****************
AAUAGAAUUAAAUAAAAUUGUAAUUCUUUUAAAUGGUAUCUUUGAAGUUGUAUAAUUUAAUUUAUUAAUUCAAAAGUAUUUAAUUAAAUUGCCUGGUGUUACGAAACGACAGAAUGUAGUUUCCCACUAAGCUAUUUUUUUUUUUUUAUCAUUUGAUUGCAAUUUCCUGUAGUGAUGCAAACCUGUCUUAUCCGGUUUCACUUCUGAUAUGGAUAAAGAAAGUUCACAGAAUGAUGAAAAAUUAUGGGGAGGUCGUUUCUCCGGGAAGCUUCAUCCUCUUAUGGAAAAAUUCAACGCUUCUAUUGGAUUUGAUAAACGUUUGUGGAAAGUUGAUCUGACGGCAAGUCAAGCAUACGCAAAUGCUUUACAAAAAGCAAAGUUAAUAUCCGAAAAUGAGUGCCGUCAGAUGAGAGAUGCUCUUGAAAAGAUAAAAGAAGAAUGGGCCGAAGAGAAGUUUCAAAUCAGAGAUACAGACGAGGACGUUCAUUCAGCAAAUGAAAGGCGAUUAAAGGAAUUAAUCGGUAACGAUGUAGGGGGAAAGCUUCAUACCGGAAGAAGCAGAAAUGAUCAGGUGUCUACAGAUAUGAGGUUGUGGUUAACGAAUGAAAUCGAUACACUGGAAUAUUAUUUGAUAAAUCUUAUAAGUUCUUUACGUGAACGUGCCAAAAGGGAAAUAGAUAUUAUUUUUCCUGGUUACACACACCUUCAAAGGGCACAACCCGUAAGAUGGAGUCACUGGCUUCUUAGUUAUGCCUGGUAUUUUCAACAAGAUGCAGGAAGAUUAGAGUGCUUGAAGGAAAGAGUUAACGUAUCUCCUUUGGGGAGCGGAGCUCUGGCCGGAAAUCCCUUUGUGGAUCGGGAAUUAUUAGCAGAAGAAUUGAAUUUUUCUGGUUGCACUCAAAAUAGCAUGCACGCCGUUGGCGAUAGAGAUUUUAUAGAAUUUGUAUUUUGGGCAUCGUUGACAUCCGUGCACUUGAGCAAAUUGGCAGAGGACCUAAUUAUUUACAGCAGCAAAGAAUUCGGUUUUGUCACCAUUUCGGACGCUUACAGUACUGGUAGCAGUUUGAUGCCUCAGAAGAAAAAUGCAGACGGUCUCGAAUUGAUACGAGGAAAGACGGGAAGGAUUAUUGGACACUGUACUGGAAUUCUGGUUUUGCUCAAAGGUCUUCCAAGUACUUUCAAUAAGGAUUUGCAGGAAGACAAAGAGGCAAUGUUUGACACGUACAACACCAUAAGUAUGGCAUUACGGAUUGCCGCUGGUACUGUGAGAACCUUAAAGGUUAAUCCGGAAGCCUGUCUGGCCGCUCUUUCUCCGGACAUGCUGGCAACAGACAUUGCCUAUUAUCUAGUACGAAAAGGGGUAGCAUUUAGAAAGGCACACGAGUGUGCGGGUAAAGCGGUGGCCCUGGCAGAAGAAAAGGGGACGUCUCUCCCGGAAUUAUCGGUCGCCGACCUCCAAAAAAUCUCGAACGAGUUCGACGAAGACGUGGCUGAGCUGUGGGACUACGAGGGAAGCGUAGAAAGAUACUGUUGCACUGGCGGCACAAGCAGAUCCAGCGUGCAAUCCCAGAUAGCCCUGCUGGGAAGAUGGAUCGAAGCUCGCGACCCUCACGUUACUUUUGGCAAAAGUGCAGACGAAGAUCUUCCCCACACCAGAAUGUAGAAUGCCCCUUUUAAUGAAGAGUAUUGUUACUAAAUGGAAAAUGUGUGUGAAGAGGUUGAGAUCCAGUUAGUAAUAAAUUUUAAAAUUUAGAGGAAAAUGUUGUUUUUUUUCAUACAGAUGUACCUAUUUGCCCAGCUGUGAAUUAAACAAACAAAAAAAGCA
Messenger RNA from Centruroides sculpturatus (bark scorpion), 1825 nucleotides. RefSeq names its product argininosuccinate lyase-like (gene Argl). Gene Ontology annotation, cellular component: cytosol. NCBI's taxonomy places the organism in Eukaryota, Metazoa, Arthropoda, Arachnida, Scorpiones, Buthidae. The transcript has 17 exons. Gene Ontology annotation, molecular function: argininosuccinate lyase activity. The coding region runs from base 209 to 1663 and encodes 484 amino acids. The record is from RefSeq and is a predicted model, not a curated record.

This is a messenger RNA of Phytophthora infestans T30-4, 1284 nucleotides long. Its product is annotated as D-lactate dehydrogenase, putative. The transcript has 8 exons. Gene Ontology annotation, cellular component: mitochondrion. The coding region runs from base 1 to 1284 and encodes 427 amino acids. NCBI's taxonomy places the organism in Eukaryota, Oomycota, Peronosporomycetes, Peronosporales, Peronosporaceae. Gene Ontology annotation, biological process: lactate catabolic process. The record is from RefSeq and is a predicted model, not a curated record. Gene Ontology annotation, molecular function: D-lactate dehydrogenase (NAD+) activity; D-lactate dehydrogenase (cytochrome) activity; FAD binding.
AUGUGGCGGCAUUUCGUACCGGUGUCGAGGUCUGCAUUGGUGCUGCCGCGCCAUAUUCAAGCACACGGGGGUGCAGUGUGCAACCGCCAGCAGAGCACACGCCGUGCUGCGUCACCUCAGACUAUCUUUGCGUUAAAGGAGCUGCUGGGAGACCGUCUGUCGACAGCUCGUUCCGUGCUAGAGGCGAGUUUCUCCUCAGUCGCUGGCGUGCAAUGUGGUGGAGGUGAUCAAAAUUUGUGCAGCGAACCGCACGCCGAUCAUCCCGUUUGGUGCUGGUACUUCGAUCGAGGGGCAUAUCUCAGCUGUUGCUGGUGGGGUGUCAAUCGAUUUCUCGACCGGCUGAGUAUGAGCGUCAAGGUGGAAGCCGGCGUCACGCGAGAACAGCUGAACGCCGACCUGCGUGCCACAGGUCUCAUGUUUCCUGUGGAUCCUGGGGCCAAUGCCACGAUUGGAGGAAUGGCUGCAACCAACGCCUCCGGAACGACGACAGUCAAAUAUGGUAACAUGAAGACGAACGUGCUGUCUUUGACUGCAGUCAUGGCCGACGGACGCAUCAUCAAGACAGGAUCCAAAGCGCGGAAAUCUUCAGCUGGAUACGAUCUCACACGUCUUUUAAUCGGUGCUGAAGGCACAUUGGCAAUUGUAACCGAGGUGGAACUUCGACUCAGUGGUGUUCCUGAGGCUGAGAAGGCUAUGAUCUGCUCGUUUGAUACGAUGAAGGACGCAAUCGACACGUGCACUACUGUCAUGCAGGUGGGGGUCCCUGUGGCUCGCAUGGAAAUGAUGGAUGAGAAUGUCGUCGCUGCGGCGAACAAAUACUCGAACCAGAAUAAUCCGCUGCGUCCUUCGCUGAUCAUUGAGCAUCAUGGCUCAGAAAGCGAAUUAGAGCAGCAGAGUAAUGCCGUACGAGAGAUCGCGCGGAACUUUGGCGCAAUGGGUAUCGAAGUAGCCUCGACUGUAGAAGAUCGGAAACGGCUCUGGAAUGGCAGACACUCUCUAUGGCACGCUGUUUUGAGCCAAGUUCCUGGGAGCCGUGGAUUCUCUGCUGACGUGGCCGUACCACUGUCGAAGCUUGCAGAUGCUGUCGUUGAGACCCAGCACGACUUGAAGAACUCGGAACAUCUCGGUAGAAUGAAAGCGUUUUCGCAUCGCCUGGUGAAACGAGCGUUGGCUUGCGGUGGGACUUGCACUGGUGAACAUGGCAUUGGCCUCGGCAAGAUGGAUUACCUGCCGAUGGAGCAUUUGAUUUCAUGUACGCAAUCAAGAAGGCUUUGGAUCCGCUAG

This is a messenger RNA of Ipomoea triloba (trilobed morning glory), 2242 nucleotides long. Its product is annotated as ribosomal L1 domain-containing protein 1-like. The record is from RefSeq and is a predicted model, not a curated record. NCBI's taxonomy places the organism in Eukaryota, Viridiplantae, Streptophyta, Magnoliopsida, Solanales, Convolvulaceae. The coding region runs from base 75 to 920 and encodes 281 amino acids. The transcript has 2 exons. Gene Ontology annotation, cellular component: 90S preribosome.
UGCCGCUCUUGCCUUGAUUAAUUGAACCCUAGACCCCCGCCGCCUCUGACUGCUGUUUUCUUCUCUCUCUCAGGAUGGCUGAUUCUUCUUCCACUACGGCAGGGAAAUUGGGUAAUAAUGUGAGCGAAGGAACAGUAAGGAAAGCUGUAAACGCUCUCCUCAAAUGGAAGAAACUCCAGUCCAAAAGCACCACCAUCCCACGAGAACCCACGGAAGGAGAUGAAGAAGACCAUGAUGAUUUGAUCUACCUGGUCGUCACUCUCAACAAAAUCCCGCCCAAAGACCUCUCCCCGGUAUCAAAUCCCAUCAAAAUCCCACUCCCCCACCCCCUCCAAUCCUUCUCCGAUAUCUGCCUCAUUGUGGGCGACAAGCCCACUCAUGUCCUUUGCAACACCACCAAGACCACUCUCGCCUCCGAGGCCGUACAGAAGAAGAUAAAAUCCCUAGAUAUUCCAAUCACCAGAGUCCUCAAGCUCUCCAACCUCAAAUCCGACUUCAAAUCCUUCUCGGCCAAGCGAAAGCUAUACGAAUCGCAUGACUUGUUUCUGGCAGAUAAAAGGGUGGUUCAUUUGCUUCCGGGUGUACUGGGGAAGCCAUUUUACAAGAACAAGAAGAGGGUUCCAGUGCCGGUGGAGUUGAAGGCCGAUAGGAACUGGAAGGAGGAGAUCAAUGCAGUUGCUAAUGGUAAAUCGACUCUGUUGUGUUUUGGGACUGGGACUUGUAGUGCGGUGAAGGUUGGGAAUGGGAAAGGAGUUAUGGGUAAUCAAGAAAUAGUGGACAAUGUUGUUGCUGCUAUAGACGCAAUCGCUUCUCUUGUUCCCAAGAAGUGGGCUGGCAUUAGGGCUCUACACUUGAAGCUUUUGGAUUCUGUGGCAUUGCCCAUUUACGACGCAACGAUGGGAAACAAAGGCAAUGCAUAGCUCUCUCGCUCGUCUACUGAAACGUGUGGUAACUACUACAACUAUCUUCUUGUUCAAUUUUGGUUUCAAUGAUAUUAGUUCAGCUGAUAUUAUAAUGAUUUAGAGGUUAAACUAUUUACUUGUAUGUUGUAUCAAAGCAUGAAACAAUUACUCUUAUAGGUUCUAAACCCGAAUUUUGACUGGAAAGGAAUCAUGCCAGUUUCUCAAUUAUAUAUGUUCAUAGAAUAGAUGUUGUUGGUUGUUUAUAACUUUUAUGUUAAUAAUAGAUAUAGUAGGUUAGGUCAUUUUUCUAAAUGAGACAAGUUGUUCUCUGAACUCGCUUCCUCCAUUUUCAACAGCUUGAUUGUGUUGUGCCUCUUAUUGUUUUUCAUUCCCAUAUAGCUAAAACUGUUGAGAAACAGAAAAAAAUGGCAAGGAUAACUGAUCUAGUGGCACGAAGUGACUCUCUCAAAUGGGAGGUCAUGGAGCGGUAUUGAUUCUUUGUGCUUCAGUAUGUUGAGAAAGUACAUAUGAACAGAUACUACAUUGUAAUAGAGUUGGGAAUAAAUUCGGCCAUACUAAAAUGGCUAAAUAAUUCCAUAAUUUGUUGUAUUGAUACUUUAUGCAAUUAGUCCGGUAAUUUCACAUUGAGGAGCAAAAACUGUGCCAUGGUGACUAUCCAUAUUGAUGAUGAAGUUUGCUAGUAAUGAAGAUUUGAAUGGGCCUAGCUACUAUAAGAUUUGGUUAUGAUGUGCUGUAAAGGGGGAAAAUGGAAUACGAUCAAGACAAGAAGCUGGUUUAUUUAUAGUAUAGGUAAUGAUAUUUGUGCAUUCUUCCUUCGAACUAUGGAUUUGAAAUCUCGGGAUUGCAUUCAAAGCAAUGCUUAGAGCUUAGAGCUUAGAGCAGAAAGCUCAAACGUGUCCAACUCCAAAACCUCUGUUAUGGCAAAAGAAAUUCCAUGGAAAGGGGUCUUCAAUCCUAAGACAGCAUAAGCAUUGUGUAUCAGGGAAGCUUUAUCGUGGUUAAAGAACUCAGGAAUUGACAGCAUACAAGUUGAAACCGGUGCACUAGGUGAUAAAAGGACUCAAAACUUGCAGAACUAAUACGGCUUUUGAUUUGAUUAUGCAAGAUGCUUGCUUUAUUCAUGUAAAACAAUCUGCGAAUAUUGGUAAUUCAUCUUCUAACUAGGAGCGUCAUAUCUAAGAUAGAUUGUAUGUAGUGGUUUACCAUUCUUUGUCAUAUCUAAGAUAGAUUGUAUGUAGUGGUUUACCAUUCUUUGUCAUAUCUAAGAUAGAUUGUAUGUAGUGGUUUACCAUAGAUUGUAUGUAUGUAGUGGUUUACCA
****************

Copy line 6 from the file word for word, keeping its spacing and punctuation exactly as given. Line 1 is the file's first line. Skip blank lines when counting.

UGCCGCUCUUGCCUUGAUUAAUUGAACCCUAGACCCCCGCCGCCUCUGACUGCUGUUUUCUUCUCUCUCUCAGGAUGGCUGAUUCUUCUUCCACUACGGCAGGGAAAUUGGGUAAUAAUGUGAGCGAAGGAACAGUAAGGAAAGCUGUAAACGCUCUCCUCAAAUGGAAGAAACUCCAGUCCAAAAGCACCACCAUCCCACGAGAACCCACGGAAGGAGAUGAAGAAGACCAUGAUGAUUUGAUCUACCUGGUCGUCACUCUCAACAAAAUCCCGCCCAAAGACCUCUCCCCGGUAUCAAAUCCCAUCAAAAUCCCACUCCCCCACCCCCUCCAAUCCUUCUCCGAUAUCUGCCUCAUUGUGGGCGACAAGCCCACUCAUGUCCUUUGCAACACCACCAAGACCACUCUCGCCUCCGAGGCCGUACAGAAGAAGAUAAAAUCCCUAGAUAUUCCAAUCACCAGAGUCCUCAAGCUCUCCAACCUCAAAUCCGACUUCAAAUCCUUCUCGGCCAAGCGAAAGCUAUACGAAUCGCAUGACUUGUUUCUGGCAGAUAAAAGGGUGGUUCAUUUGCUUCCGGGUGUACUGGGGAAGCCAUUUUACAAGAACAAGAAGAGGGUUCCAGUGCCGGUGGAGUUGAAGGCCGAUAGGAACUGGAAGGAGGAGAUCAAUGCAGUUGCUAAUGGUAAAUCGACUCUGUUGUGUUUUGGGACUGGGACUUGUAGUGCGGUGAAGGUUGGGAAUGGGAAAGGAGUUAUGGGUAAUCAAGAAAUAGUGGACAAUGUUGUUGCUGCUAUAGACGCAAUCGCUUCUCUUGUUCCCAAGAAGUGGGCUGGCAUUAGGGCUCUACACUUGAAGCUUUUGGAUUCUGUGGCAUUGCCCAUUUACGACGCAACGAUGGGAAACAAAGGCAAUGCAUAGCUCUCUCGCUCGUCUACUGAAACGUGUGGUAACUACUACAACUAUCUUCUUGUUCAAUUUUGGUUUCAAUGAUAUUAGUUCAGCUGAUAUUAUAAUGAUUUAGAGGUUAAACUAUUUACUUGUAUGUUGUAUCAAAGCAUGAAACAAUUACUCUUAUAGGUUCUAAACCCGAAUUUUGACUGGAAAGGAAUCAUGCCAGUUUCUCAAUUAUAUAUGUUCAUAGAAUAGAUGUUGUUGGUUGUUUAUAACUUUUAUGUUAAUAAUAGAUAUAGUAGGUUAGGUCAUUUUUCUAAAUGAGACAAGUUGUUCUCUGAACUCGCUUCCUCCAUUUUCAACAGCUUGAUUGUGUUGUGCCUCUUAUUGUUUUUCAUUCCCAUAUAGCUAAAACUGUUGAGAAACAGAAAAAAAUGGCAAGGAUAACUGAUCUAGUGGCACGAAGUGACUCUCUCAAAUGGGAGGUCAUGGAGCGGUAUUGAUUCUUUGUGCUUCAGUAUGUUGAGAAAGUACAUAUGAACAGAUACUACAUUGUAAUAGAGUUGGGAAUAAAUUCGGCCAUACUAAAAUGGCUAAAUAAUUCCAUAAUUUGUUGUAUUGAUACUUUAUGCAAUUAGUCCGGUAAUUUCACAUUGAGGAGCAAAAACUGUGCCAUGGUGACUAUCCAUAUUGAUGAUGAAGUUUGCUAGUAAUGAAGAUUUGAAUGGGCCUAGCUACUAUAAGAUUUGGUUAUGAUGUGCUGUAAAGGGGGAAAAUGGAAUACGAUCAAGACAAGAAGCUGGUUUAUUUAUAGUAUAGGUAAUGAUAUUUGUGCAUUCUUCCUUCGAACUAUGGAUUUGAAAUCUCGGGAUUGCAUUCAAAGCAAUGCUUAGAGCUUAGAGCUUAGAGCAGAAAGCUCAAACGUGUCCAACUCCAAAACCUCUGUUAUGGCAAAAGAAAUUCCAUGGAAAGGGGUCUUCAAUCCUAAGACAGCAUAAGCAUUGUGUAUCAGGGAAGCUUUAUCGUGGUUAAAGAACUCAGGAAUUGACAGCAUACAAGUUGAAACCGGUGCACUAGGUGAUAAAAGGACUCAAAACUUGCAGAACUAAUACGGCUUUUGAUUUGAUUAUGCAAGAUGCUUGCUUUAUUCAUGUAAAACAAUCUGCGAAUAUUGGUAAUUCAUCUUCUAACUAGGAGCGUCAUAUCUAAGAUAGAUUGUAUGUAGUGGUUUACCAUUCUUUGUCAUAUCUAAGAUAGAUUGUAUGUAGUGGUUUACCAUUCUUUGUCAUAUCUAAGAUAGAUUGUAUGUAGUGGUUUACCAUAGAUUGUAUGUAUGUAGUGGUUUACCA